Taxi cabs can be found throughout the city.
There is no subway in Osh, but the city is considering designing and building a light rail system (Russian: Бишкекское лёгкое метро).
- Osh Airport is the main air terminal in the south, with daily connections to Bishkek and beyond.
Large, mood-lit basement pub with leather and tartan seats around a fireplace licking electric flames. Extensive cocktail and beer list plus a selection of ‘world’ food including tasty chicken fajitas.
Beneath the big Abdykadyrov bridge, there’s a lounge-bar/karaoke, restaurant section and disco that favours ’80s and ’90s Russian hits on weekend nights.
Dance away the summer nights in this breezy, partly open-air disco tucked into the parkland between Tsarskii Dvor and Koreana Korean restaurants.
Osh’s most complete drinking/dining experience is a hit in summer for its riverside and woodland tea/dining platforms, but it also has a stylishly angular cafe with amply piled cushions on wide sofa seats. Slightly spongy pizza supplements sushi, steaks and local food choices. Separated enough not to disturb diners, the bar is stacked with back-lit bottles. Dancing is possible as the evening wears on.
This big ski-lodge–style log chalet has heavy wooden throne seats, a rear beer terrace and a range of barbeques, fish dishes and sausages. There’s a 20som cover when musicians play (soft sax). Nightclub behind.
Smart restaurant with inverted Aztec pyramid lamps and a wide-ranging menu including Mexican dishes. The cafe section serves top-notch espressos at remarkably inexpensive prices.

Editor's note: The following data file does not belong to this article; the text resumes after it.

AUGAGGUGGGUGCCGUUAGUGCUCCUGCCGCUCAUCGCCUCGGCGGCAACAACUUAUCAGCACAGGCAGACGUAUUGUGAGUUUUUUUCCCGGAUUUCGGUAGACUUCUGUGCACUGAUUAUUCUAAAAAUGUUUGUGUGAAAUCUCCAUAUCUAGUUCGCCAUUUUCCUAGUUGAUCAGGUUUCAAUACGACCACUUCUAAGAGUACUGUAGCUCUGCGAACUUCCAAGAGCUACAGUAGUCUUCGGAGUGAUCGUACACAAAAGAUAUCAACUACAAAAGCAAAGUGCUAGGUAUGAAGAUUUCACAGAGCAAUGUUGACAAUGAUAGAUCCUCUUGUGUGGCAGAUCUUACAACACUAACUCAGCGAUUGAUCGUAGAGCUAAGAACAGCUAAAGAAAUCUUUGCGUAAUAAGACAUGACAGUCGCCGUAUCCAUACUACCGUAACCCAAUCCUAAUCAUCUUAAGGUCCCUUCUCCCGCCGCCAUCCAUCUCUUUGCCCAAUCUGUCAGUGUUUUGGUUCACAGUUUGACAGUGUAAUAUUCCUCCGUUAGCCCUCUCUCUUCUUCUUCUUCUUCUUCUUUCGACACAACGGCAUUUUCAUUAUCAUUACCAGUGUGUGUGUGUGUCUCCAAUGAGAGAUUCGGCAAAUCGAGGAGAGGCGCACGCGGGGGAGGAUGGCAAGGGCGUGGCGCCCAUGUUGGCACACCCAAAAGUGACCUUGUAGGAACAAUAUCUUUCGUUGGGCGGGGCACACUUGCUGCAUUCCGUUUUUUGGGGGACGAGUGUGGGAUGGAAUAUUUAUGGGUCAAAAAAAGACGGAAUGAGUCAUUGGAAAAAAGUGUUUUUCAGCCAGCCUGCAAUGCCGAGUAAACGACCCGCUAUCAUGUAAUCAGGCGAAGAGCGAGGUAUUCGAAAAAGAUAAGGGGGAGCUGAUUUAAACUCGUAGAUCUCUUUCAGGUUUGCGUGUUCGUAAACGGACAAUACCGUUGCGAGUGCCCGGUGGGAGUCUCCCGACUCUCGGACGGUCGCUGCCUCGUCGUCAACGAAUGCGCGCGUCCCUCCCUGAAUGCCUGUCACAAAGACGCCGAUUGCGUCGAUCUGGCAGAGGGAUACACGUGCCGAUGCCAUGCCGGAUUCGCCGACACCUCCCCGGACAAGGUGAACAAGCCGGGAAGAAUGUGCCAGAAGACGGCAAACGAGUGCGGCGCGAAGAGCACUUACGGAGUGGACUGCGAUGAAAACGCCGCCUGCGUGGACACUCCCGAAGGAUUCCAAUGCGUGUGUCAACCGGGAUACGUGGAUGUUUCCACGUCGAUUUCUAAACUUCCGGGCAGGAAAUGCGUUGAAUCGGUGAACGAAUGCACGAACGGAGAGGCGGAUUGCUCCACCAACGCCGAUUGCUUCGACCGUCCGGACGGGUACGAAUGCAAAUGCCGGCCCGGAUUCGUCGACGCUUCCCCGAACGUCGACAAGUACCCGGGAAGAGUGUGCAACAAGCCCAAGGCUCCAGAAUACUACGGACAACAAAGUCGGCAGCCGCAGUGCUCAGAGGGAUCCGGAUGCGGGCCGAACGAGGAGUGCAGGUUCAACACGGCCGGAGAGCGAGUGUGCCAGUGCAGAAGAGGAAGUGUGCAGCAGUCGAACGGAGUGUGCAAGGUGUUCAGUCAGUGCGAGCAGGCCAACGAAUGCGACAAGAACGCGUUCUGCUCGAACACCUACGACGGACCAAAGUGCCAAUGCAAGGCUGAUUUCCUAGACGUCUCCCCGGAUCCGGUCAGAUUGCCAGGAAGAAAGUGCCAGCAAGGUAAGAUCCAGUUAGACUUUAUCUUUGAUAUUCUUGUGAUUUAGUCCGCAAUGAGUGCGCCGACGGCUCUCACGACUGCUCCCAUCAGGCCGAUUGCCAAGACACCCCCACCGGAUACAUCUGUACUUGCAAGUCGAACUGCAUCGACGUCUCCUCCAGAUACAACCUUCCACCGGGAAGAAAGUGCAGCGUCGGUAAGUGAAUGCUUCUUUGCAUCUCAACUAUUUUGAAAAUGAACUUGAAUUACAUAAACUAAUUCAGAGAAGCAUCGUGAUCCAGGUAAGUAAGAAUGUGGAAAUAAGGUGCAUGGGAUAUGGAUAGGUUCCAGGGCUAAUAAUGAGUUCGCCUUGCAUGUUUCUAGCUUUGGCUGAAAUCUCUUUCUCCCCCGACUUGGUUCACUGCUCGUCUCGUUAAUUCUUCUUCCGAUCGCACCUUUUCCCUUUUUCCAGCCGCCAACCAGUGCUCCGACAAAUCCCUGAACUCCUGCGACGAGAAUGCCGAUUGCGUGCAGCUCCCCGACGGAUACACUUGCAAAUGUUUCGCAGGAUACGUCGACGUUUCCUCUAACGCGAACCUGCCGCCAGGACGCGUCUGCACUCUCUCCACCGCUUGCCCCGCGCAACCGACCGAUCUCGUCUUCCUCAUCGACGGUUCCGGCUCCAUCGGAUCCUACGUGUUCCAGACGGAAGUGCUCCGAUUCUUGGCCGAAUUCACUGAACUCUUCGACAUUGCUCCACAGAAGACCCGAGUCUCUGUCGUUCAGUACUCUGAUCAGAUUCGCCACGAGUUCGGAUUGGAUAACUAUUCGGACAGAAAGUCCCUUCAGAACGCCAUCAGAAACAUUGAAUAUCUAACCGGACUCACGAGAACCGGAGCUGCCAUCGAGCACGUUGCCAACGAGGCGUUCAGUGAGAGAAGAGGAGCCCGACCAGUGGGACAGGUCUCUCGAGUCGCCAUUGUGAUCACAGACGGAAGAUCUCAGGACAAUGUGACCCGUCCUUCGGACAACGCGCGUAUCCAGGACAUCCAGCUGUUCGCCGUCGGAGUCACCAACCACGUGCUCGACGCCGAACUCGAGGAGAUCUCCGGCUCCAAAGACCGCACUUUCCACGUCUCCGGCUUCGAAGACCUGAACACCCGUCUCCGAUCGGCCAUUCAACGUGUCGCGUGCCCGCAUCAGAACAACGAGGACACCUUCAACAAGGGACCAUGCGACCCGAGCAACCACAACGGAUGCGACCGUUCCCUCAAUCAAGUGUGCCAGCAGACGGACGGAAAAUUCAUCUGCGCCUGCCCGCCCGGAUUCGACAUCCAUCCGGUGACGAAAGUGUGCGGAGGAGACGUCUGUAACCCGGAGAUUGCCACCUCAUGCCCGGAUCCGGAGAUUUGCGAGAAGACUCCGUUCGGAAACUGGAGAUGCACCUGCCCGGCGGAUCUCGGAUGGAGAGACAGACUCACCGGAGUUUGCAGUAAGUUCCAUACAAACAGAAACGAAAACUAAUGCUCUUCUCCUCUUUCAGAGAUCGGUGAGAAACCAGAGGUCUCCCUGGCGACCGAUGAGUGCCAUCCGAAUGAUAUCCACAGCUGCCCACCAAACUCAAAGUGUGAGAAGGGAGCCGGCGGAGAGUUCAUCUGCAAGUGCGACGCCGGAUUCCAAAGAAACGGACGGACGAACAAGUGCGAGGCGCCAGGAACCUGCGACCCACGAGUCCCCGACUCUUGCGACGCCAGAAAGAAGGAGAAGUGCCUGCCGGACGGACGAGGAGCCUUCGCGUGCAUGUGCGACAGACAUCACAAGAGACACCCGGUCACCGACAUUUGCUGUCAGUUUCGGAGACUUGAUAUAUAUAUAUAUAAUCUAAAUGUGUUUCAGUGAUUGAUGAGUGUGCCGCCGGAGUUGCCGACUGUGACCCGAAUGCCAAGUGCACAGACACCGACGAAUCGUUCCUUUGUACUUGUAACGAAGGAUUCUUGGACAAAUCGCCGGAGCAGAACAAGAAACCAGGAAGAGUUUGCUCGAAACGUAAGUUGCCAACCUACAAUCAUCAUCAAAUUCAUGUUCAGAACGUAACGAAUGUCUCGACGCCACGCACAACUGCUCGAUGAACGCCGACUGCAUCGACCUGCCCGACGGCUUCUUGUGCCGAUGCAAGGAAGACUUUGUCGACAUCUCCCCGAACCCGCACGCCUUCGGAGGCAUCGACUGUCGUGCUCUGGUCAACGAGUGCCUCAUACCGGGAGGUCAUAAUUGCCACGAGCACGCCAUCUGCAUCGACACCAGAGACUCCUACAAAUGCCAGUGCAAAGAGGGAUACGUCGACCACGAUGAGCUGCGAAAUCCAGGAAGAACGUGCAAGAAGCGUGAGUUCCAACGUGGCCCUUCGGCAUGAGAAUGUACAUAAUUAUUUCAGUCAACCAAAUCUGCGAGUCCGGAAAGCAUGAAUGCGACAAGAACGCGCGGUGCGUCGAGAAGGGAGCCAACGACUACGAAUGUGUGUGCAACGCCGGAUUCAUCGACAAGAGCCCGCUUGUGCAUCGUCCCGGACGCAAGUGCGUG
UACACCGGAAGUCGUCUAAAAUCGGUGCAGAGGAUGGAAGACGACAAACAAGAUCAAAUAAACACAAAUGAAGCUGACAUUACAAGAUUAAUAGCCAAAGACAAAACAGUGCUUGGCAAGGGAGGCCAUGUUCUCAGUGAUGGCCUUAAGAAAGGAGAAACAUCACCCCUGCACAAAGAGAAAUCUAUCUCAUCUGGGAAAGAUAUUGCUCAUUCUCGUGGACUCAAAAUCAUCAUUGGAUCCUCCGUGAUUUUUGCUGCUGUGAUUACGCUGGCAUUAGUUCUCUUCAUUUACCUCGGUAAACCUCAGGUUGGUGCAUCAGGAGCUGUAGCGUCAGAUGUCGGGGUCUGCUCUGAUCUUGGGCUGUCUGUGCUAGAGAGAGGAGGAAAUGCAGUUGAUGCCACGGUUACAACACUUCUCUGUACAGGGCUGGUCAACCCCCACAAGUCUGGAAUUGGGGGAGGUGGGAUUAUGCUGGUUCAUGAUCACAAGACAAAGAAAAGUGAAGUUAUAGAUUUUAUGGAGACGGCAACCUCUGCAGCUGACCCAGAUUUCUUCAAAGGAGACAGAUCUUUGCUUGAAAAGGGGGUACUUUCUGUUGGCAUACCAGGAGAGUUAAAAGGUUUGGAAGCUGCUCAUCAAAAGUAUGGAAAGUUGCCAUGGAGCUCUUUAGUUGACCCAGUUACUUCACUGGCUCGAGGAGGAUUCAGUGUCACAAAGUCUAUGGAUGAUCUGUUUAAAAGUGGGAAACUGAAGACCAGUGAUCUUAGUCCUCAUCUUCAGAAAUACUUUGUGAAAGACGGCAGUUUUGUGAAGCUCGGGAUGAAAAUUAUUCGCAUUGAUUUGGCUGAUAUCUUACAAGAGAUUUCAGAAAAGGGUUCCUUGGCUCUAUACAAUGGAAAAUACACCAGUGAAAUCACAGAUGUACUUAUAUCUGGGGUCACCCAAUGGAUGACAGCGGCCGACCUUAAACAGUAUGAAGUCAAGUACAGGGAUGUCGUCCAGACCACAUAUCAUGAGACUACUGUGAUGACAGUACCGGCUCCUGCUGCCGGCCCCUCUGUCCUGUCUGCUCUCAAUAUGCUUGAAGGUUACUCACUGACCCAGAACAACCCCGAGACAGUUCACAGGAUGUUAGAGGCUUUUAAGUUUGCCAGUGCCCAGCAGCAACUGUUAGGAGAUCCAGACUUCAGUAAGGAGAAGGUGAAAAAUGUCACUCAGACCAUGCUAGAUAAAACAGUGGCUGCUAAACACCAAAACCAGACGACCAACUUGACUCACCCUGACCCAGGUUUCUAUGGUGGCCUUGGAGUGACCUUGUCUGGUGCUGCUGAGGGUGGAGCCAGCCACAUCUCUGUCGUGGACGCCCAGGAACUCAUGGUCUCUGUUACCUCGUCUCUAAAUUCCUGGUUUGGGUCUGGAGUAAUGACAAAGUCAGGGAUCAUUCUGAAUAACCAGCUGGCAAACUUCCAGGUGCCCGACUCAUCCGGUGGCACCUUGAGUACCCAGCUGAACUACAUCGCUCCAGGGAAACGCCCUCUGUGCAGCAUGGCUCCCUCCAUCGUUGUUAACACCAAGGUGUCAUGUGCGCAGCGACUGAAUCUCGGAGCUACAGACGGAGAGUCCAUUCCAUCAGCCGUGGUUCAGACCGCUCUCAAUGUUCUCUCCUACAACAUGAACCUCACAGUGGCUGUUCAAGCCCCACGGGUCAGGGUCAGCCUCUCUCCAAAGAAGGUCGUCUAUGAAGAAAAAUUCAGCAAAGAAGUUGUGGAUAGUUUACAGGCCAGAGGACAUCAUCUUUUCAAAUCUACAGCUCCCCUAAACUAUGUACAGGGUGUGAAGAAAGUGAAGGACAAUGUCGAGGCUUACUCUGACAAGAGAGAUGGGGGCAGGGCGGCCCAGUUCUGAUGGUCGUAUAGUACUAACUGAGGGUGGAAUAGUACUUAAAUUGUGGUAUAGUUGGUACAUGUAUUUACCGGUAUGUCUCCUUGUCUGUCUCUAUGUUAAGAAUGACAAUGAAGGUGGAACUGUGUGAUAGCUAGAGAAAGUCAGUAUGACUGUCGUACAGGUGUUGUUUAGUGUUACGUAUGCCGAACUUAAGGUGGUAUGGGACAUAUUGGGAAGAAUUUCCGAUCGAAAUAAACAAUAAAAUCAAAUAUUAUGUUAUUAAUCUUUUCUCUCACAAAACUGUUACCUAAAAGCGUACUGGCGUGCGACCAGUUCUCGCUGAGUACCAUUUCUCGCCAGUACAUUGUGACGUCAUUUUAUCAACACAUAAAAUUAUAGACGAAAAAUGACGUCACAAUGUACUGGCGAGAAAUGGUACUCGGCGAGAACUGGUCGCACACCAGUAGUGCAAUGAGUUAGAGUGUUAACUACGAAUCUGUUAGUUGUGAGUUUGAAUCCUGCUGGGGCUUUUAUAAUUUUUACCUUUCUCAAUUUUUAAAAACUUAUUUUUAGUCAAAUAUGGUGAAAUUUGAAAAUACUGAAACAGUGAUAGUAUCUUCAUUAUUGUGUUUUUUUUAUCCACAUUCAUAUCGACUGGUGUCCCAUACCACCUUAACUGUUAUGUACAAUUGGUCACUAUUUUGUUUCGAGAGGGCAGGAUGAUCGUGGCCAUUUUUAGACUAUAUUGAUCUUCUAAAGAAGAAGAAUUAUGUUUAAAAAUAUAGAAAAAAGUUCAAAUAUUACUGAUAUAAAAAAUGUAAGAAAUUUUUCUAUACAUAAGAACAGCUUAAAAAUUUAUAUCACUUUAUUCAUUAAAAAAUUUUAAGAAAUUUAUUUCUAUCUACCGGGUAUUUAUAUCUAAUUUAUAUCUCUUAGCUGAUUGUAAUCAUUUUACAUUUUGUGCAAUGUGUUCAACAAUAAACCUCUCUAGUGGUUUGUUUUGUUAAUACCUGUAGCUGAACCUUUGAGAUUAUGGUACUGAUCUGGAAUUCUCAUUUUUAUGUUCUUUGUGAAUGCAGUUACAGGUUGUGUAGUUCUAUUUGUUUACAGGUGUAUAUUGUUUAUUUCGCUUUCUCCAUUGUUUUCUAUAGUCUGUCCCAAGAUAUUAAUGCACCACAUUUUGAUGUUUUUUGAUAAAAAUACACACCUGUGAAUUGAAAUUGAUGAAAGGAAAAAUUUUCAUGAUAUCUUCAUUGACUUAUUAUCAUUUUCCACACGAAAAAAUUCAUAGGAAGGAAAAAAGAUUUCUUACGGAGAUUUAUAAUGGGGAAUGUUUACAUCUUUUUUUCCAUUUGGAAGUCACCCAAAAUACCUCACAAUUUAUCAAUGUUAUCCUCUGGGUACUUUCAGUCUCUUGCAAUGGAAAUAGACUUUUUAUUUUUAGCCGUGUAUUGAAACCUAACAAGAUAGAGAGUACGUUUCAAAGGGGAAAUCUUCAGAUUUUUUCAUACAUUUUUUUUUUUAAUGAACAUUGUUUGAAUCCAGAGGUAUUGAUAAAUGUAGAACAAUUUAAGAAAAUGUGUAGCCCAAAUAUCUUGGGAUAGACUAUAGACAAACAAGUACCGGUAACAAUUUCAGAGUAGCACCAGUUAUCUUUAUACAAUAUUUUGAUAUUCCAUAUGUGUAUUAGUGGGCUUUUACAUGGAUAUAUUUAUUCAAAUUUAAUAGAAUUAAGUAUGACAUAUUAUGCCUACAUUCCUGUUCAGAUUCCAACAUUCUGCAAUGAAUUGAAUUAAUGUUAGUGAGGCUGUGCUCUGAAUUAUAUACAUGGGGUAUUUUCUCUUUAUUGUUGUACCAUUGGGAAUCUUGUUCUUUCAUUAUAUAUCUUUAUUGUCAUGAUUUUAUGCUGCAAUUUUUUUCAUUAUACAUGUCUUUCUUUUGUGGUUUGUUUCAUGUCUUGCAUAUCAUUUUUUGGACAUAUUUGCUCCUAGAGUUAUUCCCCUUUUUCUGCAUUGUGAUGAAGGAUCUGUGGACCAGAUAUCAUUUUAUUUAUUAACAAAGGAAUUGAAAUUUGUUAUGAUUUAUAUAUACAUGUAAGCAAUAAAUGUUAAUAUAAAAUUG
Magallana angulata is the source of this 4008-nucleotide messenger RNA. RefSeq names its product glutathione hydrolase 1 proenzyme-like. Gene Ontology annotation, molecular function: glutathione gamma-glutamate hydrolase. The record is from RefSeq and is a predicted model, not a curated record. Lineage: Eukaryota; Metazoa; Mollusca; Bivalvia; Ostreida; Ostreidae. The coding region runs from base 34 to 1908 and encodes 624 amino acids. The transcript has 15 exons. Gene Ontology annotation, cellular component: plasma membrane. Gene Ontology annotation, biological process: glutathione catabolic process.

This five-peaked rocky crag seems to loom above the city wherever you go. It has been a Muslim place of pilgrimage for centuries, supposedly because the Prophet Mohammed once prayed here. Its slopes are indented with many a cave and crevice each reputed to have different curative or spiritual properties (many detailed on photo-boards in the Cave Museum ). One such is fertility mini-cave Ene-Beshik , its rocks worn smooth by young ladies slithering in to aid their motherly aspirations. You’ll see it right beside the path to the Cave Museum as you descend westward from Suleiman Too’s main viewpoint. On that crag lies the one-room Dom Babura , a 1989 reconstruction of a historic prayer-room whose tradition dates back to 1497, when 14-year-old Zahiruddin Babur of Fergana built himself a little prayer-retreat here. Later famed as progenitor of the Mogul Dynasty, Babur’s place of worship later became highly revered but subsequent incarnations have been destroyed notably by both earthquake (1853) and, in the 1960s, by a ‘mysterious’ explosion.
Allow around 20 minutes’ sweaty climb on the hairpin stairway to Dom Babura from Suleiman Too’s main entrance, which is beside the strange silver-domed building that looks like an alien fairy cake , but actually contains a photography salon. Inside newlyweds can be snapped on honeymoon at the Taj Mahal without actually bothering to leave Osh.
The one-room Dom Babura is a 1989 reconstruction of an historic prayer-room whose tradition dates back to 1497. In that year the 14-year-old Zahiruddin Babur of Fergana built himself a little prayer-retreat here. Later famed as projenitor of the Mogul Dynasty, Babur’s place of private worship became highly revered but various incarnations have been destroyed notably by earthquake (1853) and, in the 1960s, by mysterious explosion. Most local people are convinced that the latter was a Soviet attempt to halt ‘superstition’, ie Islamic pilgrimage.